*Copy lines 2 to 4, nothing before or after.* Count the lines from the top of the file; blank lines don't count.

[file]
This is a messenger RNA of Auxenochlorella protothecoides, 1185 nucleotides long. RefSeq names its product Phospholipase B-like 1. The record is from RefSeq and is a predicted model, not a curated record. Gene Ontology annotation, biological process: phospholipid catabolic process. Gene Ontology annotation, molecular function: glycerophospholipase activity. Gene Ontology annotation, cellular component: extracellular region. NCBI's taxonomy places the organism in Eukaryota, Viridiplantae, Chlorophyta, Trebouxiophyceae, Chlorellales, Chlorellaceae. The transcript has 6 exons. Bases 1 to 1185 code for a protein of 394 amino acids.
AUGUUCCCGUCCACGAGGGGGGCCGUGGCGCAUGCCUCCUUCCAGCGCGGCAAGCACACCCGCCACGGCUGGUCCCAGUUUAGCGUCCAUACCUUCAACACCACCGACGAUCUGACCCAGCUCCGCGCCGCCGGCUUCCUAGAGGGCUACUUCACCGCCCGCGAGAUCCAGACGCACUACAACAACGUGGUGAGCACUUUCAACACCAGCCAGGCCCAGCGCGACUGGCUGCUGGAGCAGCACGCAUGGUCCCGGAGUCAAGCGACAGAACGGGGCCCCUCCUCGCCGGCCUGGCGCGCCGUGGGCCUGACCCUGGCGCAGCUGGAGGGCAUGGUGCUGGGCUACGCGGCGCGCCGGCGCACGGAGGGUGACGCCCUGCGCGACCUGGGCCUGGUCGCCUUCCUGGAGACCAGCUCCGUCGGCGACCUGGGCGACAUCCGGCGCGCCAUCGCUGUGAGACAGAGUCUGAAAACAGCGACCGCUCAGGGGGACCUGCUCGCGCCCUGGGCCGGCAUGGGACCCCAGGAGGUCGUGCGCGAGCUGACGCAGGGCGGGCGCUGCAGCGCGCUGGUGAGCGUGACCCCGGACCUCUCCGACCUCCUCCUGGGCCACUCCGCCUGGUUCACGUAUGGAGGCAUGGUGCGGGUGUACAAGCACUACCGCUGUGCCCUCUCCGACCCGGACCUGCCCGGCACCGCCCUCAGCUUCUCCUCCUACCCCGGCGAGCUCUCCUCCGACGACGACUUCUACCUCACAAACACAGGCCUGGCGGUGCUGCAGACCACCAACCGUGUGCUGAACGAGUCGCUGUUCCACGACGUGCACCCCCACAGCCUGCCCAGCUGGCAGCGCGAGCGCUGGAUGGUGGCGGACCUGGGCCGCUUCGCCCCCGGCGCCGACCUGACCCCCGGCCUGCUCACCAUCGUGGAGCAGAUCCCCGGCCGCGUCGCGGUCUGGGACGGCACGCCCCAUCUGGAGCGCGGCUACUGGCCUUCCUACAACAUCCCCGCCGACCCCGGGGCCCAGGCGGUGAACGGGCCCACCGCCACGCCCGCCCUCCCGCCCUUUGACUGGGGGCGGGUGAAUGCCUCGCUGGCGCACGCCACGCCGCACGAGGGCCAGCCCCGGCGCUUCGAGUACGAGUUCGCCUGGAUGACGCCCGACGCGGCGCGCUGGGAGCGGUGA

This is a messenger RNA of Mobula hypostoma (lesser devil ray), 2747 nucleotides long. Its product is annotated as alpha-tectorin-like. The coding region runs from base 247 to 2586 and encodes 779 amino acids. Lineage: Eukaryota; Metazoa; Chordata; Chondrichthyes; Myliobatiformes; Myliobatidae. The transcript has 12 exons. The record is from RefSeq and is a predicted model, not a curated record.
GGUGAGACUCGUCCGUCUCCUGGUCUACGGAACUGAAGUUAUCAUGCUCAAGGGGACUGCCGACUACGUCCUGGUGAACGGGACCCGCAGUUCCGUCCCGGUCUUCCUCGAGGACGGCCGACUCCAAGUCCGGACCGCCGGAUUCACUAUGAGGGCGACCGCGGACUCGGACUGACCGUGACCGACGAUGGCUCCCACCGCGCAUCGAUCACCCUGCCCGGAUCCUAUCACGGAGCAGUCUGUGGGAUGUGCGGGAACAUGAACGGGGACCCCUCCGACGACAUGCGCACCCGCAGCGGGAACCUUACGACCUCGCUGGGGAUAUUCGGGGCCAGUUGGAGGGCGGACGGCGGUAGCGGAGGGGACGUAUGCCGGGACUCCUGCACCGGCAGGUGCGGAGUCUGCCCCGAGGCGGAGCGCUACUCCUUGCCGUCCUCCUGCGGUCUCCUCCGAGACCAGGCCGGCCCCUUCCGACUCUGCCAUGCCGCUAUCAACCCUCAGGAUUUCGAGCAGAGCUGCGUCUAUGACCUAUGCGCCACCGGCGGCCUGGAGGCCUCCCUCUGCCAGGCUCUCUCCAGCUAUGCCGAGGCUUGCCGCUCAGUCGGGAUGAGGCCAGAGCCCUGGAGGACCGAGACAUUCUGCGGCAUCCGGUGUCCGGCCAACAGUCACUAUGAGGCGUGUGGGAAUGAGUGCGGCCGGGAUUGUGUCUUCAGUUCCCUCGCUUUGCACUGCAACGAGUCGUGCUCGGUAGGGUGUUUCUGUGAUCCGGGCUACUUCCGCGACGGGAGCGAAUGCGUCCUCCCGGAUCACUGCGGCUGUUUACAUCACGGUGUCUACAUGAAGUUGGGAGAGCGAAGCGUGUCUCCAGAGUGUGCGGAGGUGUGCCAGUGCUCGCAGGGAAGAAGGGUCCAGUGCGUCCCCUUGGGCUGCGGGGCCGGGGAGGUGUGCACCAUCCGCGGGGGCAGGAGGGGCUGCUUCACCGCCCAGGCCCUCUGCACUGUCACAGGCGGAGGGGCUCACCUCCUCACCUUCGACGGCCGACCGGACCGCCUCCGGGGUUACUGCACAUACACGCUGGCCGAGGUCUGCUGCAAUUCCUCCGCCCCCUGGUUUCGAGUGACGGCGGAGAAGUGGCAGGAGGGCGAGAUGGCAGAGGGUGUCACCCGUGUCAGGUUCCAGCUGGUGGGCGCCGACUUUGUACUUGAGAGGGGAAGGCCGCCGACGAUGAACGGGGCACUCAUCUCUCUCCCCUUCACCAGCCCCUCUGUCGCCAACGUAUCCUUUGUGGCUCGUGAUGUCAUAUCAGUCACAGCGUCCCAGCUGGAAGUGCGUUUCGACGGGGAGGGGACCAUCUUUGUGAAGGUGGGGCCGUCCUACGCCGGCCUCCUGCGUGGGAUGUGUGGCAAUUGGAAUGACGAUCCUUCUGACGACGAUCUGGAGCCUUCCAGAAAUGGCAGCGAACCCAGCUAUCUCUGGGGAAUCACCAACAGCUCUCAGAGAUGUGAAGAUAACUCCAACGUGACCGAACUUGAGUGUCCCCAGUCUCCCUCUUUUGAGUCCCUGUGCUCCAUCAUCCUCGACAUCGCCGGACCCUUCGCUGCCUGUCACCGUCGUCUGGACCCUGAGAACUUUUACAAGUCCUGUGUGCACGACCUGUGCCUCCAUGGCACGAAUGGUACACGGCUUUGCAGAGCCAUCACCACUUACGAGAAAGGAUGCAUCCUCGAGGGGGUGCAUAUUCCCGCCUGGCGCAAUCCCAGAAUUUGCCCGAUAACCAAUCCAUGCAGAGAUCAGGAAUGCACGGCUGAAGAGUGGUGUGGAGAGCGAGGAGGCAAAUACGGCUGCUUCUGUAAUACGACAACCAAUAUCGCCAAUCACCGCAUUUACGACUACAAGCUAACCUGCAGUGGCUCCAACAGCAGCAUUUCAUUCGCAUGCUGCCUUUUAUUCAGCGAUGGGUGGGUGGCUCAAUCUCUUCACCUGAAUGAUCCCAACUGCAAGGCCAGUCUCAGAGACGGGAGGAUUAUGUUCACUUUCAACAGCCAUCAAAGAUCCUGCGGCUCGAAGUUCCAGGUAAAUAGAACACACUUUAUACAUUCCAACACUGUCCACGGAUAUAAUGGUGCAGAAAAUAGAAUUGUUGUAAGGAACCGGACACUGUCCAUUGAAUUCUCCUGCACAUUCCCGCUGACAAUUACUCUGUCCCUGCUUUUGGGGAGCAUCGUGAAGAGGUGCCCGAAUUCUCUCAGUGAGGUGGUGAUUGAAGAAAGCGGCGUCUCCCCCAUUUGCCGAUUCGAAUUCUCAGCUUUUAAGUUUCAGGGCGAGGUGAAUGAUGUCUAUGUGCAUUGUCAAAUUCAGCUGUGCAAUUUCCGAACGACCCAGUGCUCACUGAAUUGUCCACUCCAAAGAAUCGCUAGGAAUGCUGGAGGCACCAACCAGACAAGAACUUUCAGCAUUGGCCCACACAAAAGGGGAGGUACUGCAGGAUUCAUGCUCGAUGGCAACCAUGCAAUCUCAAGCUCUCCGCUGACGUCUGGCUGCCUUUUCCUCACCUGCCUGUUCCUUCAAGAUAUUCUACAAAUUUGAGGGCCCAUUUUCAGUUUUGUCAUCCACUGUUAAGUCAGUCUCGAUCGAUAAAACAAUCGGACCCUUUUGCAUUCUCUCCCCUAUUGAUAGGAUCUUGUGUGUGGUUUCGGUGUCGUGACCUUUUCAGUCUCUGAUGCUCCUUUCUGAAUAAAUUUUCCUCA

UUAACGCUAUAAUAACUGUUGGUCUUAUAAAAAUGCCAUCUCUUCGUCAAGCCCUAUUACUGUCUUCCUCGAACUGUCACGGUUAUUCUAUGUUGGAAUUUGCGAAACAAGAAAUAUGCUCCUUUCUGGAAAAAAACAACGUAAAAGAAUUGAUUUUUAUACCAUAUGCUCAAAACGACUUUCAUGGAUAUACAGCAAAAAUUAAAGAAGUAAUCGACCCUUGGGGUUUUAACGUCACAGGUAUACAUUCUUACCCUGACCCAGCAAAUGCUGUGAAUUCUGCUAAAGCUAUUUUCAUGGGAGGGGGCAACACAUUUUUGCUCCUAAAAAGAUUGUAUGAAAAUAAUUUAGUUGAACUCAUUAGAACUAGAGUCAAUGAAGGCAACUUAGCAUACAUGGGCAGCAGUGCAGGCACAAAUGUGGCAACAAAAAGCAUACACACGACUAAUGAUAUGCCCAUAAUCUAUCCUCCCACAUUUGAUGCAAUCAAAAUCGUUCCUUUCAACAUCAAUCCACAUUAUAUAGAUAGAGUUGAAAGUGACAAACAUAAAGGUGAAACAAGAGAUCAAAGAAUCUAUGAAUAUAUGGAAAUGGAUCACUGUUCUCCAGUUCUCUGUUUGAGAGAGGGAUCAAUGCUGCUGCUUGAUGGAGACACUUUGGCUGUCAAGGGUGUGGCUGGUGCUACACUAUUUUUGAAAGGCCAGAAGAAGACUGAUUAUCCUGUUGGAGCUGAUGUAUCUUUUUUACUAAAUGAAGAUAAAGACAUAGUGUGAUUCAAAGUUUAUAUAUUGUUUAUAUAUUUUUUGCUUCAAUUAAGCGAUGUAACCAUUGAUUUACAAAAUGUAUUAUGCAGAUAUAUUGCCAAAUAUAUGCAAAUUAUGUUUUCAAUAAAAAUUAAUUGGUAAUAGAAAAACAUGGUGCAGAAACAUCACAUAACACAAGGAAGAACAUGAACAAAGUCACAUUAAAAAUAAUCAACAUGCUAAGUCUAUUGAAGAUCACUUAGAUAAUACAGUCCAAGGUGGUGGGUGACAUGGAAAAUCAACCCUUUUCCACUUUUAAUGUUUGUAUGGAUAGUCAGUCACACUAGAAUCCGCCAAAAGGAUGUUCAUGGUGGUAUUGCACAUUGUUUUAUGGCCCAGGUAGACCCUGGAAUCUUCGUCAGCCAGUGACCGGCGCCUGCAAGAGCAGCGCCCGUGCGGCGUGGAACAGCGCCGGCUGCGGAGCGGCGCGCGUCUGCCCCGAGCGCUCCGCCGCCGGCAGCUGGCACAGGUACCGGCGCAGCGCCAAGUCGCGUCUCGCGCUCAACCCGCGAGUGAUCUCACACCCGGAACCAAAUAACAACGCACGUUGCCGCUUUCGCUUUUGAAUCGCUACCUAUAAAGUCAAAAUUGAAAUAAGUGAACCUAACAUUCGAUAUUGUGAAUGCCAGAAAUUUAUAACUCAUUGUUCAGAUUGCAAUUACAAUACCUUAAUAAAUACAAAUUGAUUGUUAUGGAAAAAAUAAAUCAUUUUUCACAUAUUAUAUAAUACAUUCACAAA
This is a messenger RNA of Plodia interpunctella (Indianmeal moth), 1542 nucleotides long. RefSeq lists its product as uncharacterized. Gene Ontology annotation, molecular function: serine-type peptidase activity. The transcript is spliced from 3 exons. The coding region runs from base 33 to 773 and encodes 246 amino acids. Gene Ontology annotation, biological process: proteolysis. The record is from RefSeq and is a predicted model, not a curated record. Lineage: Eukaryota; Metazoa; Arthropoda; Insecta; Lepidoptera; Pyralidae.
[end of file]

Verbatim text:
AUGUUCCCGUCCACGAGGGGGGCCGUGGCGCAUGCCUCCUUCCAGCGCGGCAAGCACACCCGCCACGGCUGGUCCCAGUUUAGCGUCCAUACCUUCAACACCACCGACGAUCUGACCCAGCUCCGCGCCGCCGGCUUCCUAGAGGGCUACUUCACCGCCCGCGAGAUCCAGACGCACUACAACAACGUGGUGAGCACUUUCAACACCAGCCAGGCCCAGCGCGACUGGCUGCUGGAGCAGCACGCAUGGUCCCGGAGUCAAGCGACAGAACGGGGCCCCUCCUCGCCGGCCUGGCGCGCCGUGGGCCUGACCCUGGCGCAGCUGGAGGGCAUGGUGCUGGGCUACGCGGCGCGCCGGCGCACGGAGGGUGACGCCCUGCGCGACCUGGGCCUGGUCGCCUUCCUGGAGACCAGCUCCGUCGGCGACCUGGGCGACAUCCGGCGCGCCAUCGCUGUGAGACAGAGUCUGAAAACAGCGACCGCUCAGGGGGACCUGCUCGCGCCCUGGGCCGGCAUGGGACCCCAGGAGGUCGUGCGCGAGCUGACGCAGGGCGGGCGCUGCAGCGCGCUGGUGAGCGUGACCCCGGACCUCUCCGACCUCCUCCUGGGCCACUCCGCCUGGUUCACGUAUGGAGGCAUGGUGCGGGUGUACAAGCACUACCGCUGUGCCCUCUCCGACCCGGACCUGCCCGGCACCGCCCUCAGCUUCUCCUCCUACCCCGGCGAGCUCUCCUCCGACGACGACUUCUACCUCACAAACACAGGCCUGGCGGUGCUGCAGACCACCAACCGUGUGCUGAACGAGUCGCUGUUCCACGACGUGCACCCCCACAGCCUGCCCAGCUGGCAGCGCGAGCGCUGGAUGGUGGCGGACCUGGGCCGCUUCGCCCCCGGCGCCGACCUGACCCCCGGCCUGCUCACCAUCGUGGAGCAGAUCCCCGGCCGCGUCGCGGUCUGGGACGGCACGCCCCAUCUGGAGCGCGGCUACUGGCCUUCCUACAACAUCCCCGCCGACCCCGGGGCCCAGGCGGUGAACGGGCCCACCGCCACGCCCGCCCUCCCGCCCUUUGACUGGGGGCGGGUGAAUGCCUCGCUGGCGCACGCCACGCCGCACGAGGGCCAGCCCCGGCGCUUCGAGUACGAGUUCGCCUGGAUGACGCCCGACGCGGCGCGCUGGGAGCGGUGA

This is a messenger RNA of Mobula hypostoma (lesser devil ray), 2747 nucleotides long. Its product is annotated as alpha-tectorin-like. The coding region runs from base 247 to 2586 and encodes 779 amino acids. Lineage: Eukaryota; Metazoa; Chordata; Chondrichthyes; Myliobatiformes; Myliobatidae. The transcript has 12 exons. The record is from RefSeq and is a predicted model, not a curated record.
GGUGAGACUCGUCCGUCUCCUGGUCUACGGAACUGAAGUUAUCAUGCUCAAGGGGACUGCCGACUACGUCCUGGUGAACGGGACCCGCAGUUCCGUCCCGGUCUUCCUCGAGGACGGCCGACUCCAAGUCCGGACCGCCGGAUUCACUAUGAGGGCGACCGCGGACUCGGACUGACCGUGACCGACGAUGGCUCCCACCGCGCAUCGAUCACCCUGCCCGGAUCCUAUCACGGAGCAGUCUGUGGGAUGUGCGGGAACAUGAACGGGGACCCCUCCGACGACAUGCGCACCCGCAGCGGGAACCUUACGACCUCGCUGGGGAUAUUCGGGGCCAGUUGGAGGGCGGACGGCGGUAGCGGAGGGGACGUAUGCCGGGACUCCUGCACCGGCAGGUGCGGAGUCUGCCCCGAGGCGGAGCGCUACUCCUUGCCGUCCUCCUGCGGUCUCCUCCGAGACCAGGCCGGCCCCUUCCGACUCUGCCAUGCCGCUAUCAACCCUCAGGAUUUCGAGCAGAGCUGCGUCUAUGACCUAUGCGCCACCGGCGGCCUGGAGGCCUCCCUCUGCCAGGCUCUCUCCAGCUAUGCCGAGGCUUGCCGCUCAGUCGGGAUGAGGCCAGAGCCCUGGAGGACCGAGACAUUCUGCGGCAUCCGGUGUCCGGCCAACAGUCACUAUGAGGCGUGUGGGAAUGAGUGCGGCCGGGAUUGUGUCUUCAGUUCCCUCGCUUUGCACUGCAACGAGUCGUGCUCGGUAGGGUGUUUCUGUGAUCCGGGCUACUUCCGCGACGGGAGCGAAUGCGUCCUCCCGGAUCACUGCGGCUGUUUACAUCACGGUGUCUACAUGAAGUUGGGAGAGCGAAGCGUGUCUCCAGAGUGUGCGGAGGUGUGCCAGUGCUCGCAGGGAAGAAGGGUCCAGUGCGUCCCCUUGGGCUGCGGGGCCGGGGAGGUGUGCACCAUCCGCGGGGGCAGGAGGGGCUGCUUCACCGCCCAGGCCCUCUGCACUGUCACAGGCGGAGGGGCUCACCUCCUCACCUUCGACGGCCGACCGGACCGCCUCCGGGGUUACUGCACAUACACGCUGGCCGAGGUCUGCUGCAAUUCCUCCGCCCCCUGGUUUCGAGUGACGGCGGAGAAGUGGCAGGAGGGCGAGAUGGCAGAGGGUGUCACCCGUGUCAGGUUCCAGCUGGUGGGCGCCGACUUUGUACUUGAGAGGGGAAGGCCGCCGACGAUGAACGGGGCACUCAUCUCUCUCCCCUUCACCAGCCCCUCUGUCGCCAACGUAUCCUUUGUGGCUCGUGAUGUCAUAUCAGUCACAGCGUCCCAGCUGGAAGUGCGUUUCGACGGGGAGGGGACCAUCUUUGUGAAGGUGGGGCCGUCCUACGCCGGCCUCCUGCGUGGGAUGUGUGGCAAUUGGAAUGACGAUCCUUCUGACGACGAUCUGGAGCCUUCCAGAAAUGGCAGCGAACCCAGCUAUCUCUGGGGAAUCACCAACAGCUCUCAGAGAUGUGAAGAUAACUCCAACGUGACCGAACUUGAGUGUCCCCAGUCUCCCUCUUUUGAGUCCCUGUGCUCCAUCAUCCUCGACAUCGCCGGACCCUUCGCUGCCUGUCACCGUCGUCUGGACCCUGAGAACUUUUACAAGUCCUGUGUGCACGACCUGUGCCUCCAUGGCACGAAUGGUACACGGCUUUGCAGAGCCAUCACCACUUACGAGAAAGGAUGCAUCCUCGAGGGGGUGCAUAUUCCCGCCUGGCGCAAUCCCAGAAUUUGCCCGAUAACCAAUCCAUGCAGAGAUCAGGAAUGCACGGCUGAAGAGUGGUGUGGAGAGCGAGGAGGCAAAUACGGCUGCUUCUGUAAUACGACAACCAAUAUCGCCAAUCACCGCAUUUACGACUACAAGCUAACCUGCAGUGGCUCCAACAGCAGCAUUUCAUUCGCAUGCUGCCUUUUAUUCAGCGAUGGGUGGGUGGCUCAAUCUCUUCACCUGAAUGAUCCCAACUGCAAGGCCAGUCUCAGAGACGGGAGGAUUAUGUUCACUUUCAACAGCCAUCAAAGAUCCUGCGGCUCGAAGUUCCAGGUAAAUAGAACACACUUUAUACAUUCCAACACUGUCCACGGAUAUAAUGGUGCAGAAAAUAGAAUUGUUGUAAGGAACCGGACACUGUCCAUUGAAUUCUCCUGCACAUUCCCGCUGACAAUUACUCUGUCCCUGCUUUUGGGGAGCAUCGUGAAGAGGUGCCCGAAUUCUCUCAGUGAGGUGGUGAUUGAAGAAAGCGGCGUCUCCCCCAUUUGCCGAUUCGAAUUCUCAGCUUUUAAGUUUCAGGGCGAGGUGAAUGAUGUCUAUGUGCAUUGUCAAAUUCAGCUGUGCAAUUUCCGAACGACCCAGUGCUCACUGAAUUGUCCACUCCAAAGAAUCGCUAGGAAUGCUGGAGGCACCAACCAGACAAGAACUUUCAGCAUUGGCCCACACAAAAGGGGAGGUACUGCAGGAUUCAUGCUCGAUGGCAACCAUGCAAUCUCAAGCUCUCCGCUGACGUCUGGCUGCCUUUUCCUCACCUGCCUGUUCCUUCAAGAUAUUCUACAAAUUUGAGGGCCCAUUUUCAGUUUUGUCAUCCACUGUUAAGUCAGUCUCGAUCGAUAAAACAAUCGGACCCUUUUGCAUUCUCUCCCCUAUUGAUAGGAUCUUGUGUGUGGUUUCGGUGUCGUGACCUUUUCAGUCUCUGAUGCUCCUUUCUGAAUAAAUUUUCCUCA